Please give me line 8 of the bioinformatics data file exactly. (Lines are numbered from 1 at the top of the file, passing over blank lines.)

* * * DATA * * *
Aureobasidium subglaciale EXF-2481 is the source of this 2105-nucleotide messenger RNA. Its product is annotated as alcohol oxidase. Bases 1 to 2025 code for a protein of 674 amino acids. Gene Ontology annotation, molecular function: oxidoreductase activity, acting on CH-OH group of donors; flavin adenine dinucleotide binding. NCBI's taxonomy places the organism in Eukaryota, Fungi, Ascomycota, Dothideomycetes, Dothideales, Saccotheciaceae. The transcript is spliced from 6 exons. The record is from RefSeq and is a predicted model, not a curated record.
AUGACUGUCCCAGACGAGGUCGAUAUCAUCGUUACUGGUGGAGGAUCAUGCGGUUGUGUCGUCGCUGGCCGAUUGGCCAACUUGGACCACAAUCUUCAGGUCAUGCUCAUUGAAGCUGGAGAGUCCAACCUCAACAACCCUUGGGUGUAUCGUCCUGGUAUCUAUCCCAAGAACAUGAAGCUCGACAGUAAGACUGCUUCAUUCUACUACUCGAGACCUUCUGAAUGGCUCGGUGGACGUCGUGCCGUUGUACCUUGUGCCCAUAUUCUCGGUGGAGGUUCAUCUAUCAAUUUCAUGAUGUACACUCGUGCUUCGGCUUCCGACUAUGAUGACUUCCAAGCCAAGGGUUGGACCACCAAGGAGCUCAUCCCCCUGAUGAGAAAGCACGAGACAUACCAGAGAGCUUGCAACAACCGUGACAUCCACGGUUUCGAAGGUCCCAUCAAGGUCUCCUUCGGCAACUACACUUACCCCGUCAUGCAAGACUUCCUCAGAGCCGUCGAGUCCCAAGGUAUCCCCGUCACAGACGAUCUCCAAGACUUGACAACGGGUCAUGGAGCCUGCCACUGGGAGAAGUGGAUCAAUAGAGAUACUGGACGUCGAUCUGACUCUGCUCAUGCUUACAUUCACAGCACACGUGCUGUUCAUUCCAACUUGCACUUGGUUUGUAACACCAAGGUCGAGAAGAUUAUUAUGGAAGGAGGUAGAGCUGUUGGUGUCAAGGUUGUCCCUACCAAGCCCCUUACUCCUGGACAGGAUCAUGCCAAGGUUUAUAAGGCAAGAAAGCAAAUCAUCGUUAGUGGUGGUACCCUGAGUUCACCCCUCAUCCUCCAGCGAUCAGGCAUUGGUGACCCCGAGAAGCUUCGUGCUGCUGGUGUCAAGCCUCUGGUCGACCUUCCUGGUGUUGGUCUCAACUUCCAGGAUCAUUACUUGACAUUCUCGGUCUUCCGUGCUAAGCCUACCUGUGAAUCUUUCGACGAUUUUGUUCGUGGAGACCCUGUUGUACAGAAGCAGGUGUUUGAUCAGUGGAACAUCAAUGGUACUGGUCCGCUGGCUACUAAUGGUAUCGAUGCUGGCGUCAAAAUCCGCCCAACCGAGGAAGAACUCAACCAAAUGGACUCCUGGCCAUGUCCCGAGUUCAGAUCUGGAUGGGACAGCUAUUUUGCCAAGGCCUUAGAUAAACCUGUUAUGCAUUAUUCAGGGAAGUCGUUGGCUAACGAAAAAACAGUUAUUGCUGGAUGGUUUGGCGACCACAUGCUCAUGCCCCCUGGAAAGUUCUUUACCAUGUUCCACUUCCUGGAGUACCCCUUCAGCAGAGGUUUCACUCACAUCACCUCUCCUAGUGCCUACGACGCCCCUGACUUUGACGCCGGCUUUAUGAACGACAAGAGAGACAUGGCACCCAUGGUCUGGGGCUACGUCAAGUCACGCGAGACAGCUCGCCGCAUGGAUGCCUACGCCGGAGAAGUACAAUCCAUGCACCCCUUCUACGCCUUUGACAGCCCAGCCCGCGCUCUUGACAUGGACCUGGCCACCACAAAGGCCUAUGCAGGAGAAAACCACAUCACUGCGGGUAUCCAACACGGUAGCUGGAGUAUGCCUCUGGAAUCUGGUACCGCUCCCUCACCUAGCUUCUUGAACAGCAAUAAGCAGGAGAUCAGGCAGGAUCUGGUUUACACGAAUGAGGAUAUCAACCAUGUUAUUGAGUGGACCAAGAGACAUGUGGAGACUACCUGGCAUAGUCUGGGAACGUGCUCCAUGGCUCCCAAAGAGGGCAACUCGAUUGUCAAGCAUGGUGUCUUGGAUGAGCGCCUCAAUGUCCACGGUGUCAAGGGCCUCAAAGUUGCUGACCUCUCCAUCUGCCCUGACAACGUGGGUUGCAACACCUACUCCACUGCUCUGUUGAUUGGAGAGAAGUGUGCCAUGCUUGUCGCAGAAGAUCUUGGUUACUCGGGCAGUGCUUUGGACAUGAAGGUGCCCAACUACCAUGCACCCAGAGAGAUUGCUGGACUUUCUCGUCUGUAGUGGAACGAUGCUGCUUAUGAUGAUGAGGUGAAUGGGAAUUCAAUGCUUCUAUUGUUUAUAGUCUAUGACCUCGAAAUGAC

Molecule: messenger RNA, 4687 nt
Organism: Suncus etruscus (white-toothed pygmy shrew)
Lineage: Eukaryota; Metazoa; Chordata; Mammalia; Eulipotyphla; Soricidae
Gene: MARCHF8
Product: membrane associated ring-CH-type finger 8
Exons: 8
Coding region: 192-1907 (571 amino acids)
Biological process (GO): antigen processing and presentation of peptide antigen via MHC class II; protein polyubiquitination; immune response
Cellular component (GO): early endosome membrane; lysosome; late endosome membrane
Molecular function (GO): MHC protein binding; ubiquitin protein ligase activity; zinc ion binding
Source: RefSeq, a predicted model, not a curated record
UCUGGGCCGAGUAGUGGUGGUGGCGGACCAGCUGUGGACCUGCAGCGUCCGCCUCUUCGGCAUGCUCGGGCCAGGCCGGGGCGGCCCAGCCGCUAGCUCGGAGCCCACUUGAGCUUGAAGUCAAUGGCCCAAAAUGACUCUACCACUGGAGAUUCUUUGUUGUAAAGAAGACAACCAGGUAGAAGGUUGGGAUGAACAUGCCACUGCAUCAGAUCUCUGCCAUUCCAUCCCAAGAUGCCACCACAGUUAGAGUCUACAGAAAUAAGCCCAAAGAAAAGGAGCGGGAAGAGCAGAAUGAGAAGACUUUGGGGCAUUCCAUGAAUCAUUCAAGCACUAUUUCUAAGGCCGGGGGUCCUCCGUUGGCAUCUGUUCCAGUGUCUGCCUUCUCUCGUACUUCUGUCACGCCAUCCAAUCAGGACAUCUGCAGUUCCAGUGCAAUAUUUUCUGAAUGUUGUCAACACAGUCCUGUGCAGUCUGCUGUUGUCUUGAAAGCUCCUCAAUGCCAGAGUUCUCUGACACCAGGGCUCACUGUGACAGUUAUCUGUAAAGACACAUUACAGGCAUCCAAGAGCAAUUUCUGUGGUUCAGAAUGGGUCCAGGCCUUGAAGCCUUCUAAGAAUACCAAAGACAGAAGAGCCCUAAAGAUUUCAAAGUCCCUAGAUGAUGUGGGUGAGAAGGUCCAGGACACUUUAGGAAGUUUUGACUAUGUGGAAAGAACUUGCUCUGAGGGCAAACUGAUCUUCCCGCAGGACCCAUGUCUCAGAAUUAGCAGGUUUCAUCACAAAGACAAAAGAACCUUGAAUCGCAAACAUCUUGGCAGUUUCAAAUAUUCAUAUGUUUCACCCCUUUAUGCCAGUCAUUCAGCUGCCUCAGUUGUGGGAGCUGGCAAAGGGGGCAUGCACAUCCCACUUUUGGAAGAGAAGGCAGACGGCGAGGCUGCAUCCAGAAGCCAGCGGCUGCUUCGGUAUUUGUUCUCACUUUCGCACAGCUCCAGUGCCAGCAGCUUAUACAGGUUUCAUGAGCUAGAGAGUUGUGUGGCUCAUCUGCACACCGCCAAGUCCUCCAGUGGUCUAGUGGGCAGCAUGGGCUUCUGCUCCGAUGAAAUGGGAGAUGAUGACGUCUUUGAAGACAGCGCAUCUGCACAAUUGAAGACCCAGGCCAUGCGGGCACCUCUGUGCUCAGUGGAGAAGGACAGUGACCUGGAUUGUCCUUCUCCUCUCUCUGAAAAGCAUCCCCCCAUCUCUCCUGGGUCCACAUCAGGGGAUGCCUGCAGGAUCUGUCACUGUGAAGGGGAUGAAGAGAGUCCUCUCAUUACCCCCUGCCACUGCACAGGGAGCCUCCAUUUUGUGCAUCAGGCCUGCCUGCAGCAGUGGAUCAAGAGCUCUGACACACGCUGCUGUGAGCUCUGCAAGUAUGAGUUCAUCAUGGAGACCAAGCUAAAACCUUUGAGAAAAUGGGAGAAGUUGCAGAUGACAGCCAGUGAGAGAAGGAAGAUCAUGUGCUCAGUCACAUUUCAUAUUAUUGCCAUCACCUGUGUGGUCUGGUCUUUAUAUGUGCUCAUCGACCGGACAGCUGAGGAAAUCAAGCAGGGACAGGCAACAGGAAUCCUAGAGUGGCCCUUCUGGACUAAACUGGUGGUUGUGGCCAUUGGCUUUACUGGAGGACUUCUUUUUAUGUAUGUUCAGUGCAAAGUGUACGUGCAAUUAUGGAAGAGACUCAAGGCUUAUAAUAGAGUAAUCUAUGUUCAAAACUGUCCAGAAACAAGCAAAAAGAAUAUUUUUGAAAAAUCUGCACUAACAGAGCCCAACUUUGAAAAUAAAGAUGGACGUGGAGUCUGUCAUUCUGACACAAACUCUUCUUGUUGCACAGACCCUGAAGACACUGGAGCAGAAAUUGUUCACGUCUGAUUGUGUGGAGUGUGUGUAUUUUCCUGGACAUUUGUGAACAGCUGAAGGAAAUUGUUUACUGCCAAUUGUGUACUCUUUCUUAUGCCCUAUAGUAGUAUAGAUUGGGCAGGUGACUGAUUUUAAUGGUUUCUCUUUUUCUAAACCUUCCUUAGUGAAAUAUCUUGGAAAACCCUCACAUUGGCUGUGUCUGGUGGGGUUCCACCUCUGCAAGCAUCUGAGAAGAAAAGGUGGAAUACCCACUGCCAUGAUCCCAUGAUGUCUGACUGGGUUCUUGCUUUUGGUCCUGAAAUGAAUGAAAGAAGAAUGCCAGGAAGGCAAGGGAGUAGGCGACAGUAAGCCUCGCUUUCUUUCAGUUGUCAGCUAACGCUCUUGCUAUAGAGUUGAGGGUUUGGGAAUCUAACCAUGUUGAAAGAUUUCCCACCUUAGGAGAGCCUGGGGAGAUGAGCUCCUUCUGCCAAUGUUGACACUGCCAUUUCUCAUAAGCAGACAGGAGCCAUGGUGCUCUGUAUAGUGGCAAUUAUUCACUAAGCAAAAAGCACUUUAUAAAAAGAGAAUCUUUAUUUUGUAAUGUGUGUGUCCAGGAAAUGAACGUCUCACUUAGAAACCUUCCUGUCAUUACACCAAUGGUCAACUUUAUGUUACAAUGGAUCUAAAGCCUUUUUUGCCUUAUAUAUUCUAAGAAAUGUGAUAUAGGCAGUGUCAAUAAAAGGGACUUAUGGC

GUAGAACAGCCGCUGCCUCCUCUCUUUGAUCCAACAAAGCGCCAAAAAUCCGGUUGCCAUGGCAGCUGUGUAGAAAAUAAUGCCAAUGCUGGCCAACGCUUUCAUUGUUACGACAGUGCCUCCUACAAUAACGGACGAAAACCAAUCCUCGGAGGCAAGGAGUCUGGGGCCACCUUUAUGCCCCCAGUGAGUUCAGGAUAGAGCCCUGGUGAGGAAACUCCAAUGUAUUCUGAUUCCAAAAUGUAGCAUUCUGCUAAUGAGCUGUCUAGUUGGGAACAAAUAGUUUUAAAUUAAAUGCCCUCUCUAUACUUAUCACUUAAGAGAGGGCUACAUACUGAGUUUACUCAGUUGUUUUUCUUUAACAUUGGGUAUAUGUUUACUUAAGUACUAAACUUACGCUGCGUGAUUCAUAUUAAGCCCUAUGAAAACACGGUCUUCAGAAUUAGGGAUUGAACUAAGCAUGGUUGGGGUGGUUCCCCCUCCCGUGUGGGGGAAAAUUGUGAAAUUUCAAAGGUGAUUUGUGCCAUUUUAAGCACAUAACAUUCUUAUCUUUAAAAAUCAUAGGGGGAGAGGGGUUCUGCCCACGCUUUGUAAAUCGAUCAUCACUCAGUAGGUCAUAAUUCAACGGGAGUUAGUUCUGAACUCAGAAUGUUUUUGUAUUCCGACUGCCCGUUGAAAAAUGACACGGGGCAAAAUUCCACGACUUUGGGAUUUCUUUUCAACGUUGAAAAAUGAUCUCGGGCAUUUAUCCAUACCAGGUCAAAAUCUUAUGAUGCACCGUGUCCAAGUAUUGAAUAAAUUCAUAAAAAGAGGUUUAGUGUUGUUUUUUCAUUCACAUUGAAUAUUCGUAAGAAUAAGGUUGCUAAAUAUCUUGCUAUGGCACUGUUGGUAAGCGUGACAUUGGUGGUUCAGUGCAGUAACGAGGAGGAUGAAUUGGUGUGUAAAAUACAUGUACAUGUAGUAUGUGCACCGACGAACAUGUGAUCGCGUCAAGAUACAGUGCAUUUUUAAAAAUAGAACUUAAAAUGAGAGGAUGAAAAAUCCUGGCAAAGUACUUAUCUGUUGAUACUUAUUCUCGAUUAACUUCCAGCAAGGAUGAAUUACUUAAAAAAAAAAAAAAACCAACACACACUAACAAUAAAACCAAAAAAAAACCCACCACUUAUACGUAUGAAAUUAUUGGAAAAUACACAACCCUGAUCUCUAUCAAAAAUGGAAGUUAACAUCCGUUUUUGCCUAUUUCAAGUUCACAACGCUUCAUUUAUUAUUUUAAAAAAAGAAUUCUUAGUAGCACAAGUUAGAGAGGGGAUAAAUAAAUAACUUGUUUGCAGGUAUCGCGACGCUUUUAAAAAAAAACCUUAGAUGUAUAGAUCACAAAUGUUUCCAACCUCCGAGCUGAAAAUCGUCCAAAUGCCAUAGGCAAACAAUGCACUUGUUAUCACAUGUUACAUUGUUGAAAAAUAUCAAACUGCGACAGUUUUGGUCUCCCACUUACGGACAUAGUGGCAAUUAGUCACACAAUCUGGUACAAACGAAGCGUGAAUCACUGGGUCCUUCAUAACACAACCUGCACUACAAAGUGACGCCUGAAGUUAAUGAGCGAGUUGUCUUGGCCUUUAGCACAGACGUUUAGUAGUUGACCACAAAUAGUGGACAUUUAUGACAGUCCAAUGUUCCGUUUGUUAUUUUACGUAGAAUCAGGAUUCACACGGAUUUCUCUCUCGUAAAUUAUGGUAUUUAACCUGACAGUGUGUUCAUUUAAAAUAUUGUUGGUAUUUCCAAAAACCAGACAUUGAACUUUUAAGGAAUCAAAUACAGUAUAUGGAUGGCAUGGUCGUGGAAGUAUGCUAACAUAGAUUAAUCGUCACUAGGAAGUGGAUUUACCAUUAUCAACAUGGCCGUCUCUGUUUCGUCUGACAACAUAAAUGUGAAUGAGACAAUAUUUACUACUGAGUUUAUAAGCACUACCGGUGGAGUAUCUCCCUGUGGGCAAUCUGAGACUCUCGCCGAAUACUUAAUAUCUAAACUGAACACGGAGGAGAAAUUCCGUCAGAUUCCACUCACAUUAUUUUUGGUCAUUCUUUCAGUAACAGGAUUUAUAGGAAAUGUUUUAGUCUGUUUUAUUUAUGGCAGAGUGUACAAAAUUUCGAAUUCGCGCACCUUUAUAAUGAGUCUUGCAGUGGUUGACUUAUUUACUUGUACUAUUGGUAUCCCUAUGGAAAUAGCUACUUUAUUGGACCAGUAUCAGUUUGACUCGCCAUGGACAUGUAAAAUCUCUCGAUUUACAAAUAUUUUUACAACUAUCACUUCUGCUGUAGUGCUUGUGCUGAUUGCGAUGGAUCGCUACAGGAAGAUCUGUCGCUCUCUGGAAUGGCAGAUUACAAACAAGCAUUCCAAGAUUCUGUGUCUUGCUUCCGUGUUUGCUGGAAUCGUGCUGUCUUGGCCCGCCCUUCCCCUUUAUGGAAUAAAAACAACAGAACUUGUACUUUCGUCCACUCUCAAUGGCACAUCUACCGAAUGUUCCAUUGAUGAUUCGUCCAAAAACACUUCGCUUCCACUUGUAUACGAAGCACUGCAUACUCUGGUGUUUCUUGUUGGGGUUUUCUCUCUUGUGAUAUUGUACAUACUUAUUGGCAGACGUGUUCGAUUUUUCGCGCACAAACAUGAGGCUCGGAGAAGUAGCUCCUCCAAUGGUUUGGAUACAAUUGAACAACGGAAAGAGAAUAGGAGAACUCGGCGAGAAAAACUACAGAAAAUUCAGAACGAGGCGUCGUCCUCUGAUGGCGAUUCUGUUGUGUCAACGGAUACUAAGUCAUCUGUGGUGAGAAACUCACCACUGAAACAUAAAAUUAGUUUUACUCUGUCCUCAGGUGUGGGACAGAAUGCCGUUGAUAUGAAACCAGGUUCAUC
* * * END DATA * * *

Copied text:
Exons: 8